Tuesday, September 29, 2009


Grosse Seelen Dulden Still

Joseph Wood Krutch, The Twelve Seasons: A Perpetual Calendar for the Country (New York: William Sloan Associates, 1949), p. 93 (September):
To accuse his fate and to rail against it, is man's dubious prerogative. Few would be willing to deny it to themselves but it is not attractive in others. And that, certainly, is one of the reasons why the fellowship with animals who, for the most part, will not compete with us in lamentations, is so agreeable.
Walt Whitman, Song of Myself, 32:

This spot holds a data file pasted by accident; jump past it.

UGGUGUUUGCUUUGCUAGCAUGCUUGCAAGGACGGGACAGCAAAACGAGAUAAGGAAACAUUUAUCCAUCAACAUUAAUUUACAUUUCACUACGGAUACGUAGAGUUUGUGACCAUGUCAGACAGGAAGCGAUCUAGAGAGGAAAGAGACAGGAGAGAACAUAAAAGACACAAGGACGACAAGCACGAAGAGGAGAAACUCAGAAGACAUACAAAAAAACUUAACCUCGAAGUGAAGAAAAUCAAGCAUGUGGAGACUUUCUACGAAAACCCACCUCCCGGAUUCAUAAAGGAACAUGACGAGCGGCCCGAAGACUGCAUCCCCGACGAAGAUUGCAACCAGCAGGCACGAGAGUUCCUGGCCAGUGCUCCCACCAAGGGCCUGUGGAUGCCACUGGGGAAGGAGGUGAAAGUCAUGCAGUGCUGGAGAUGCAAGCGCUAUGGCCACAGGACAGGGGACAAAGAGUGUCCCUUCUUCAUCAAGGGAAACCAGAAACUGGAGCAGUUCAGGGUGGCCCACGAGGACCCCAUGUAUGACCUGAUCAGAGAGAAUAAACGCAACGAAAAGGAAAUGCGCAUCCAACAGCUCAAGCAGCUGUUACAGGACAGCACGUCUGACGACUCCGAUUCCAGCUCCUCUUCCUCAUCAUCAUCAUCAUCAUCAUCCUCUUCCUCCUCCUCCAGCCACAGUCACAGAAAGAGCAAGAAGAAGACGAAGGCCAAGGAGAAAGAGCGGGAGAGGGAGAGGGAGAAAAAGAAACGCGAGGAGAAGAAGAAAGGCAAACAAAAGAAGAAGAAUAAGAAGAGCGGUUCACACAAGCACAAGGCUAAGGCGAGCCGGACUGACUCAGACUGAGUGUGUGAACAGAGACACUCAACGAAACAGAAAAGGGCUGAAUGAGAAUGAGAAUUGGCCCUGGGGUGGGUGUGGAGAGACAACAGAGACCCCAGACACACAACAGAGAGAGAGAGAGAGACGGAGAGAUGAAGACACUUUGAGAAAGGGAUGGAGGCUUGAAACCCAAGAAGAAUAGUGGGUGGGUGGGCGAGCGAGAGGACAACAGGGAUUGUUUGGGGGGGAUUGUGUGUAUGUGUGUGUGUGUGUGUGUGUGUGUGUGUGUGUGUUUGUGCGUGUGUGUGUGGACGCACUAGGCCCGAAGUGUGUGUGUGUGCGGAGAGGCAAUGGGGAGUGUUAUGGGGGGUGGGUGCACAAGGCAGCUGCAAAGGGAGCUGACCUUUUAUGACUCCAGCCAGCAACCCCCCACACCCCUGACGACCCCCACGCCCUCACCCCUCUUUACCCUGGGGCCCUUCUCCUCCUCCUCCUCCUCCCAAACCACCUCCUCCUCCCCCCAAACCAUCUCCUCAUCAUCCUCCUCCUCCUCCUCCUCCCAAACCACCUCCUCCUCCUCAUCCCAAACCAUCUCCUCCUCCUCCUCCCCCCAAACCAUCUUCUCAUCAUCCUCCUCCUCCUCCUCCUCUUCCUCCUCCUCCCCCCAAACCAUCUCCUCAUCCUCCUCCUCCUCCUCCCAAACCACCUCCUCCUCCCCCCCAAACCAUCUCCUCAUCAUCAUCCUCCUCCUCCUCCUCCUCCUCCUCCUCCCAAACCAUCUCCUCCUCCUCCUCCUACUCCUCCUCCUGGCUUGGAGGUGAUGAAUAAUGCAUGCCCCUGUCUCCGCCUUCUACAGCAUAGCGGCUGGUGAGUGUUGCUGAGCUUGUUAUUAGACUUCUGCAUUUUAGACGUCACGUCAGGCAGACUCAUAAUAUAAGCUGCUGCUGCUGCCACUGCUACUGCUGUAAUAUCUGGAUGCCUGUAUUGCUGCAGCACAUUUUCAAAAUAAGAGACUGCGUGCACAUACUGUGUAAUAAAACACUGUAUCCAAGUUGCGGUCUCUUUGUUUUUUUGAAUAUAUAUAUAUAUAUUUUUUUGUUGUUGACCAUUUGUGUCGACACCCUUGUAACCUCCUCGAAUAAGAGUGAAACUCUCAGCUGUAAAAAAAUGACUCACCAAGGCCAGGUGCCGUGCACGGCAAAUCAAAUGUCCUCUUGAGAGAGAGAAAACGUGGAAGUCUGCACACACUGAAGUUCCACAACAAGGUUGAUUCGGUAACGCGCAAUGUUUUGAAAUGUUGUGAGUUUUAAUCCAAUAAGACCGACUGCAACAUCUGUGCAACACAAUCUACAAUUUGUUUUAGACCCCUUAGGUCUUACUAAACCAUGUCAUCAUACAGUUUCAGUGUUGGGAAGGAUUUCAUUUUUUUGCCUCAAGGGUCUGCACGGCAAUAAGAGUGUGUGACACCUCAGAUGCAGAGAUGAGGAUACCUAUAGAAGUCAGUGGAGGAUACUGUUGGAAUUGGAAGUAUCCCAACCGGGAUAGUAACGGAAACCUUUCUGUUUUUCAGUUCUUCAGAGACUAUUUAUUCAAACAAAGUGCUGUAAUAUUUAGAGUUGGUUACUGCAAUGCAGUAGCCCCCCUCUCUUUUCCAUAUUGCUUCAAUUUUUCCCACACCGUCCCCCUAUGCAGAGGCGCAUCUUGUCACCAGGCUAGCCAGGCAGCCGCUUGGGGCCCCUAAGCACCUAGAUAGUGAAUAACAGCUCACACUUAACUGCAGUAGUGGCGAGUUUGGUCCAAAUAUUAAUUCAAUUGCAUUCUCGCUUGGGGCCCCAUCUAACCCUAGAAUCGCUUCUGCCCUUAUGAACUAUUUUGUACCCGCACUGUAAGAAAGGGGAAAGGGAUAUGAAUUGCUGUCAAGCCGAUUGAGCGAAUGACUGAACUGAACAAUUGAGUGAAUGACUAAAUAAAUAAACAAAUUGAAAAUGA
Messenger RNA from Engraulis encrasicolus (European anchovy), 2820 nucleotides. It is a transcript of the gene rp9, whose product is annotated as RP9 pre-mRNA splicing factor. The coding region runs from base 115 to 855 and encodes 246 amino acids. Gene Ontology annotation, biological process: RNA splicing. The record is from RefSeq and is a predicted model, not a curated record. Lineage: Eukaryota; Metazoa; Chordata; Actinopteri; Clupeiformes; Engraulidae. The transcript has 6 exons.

I think I could turn and live with animals, they are so placid and self-contain'd,
I stand and look at them long and long.

They do not sweat and whine about their condition,
They do not lie awake in the dark and weep for their sins,
They do not make me sick discussing their duty to God,
Not one is dissatisfied, not one is demented with the mania of owning things,

Not one kneels to another, nor to his kind that lived thousands of years ago,
Not one is respectable or unhappy over the whole earth.
Related posts: Hiding Troubles; Nietzsche on Emotional Incontinence; Buckled Lips; Emotional Incontinence; Euripidea; Hostile Laughter; Hostile Laughter in Euripides' Medea; Icy Laughter; Notes to Myself; On Concealing One's Misfortunes; Quotations about Complaints.

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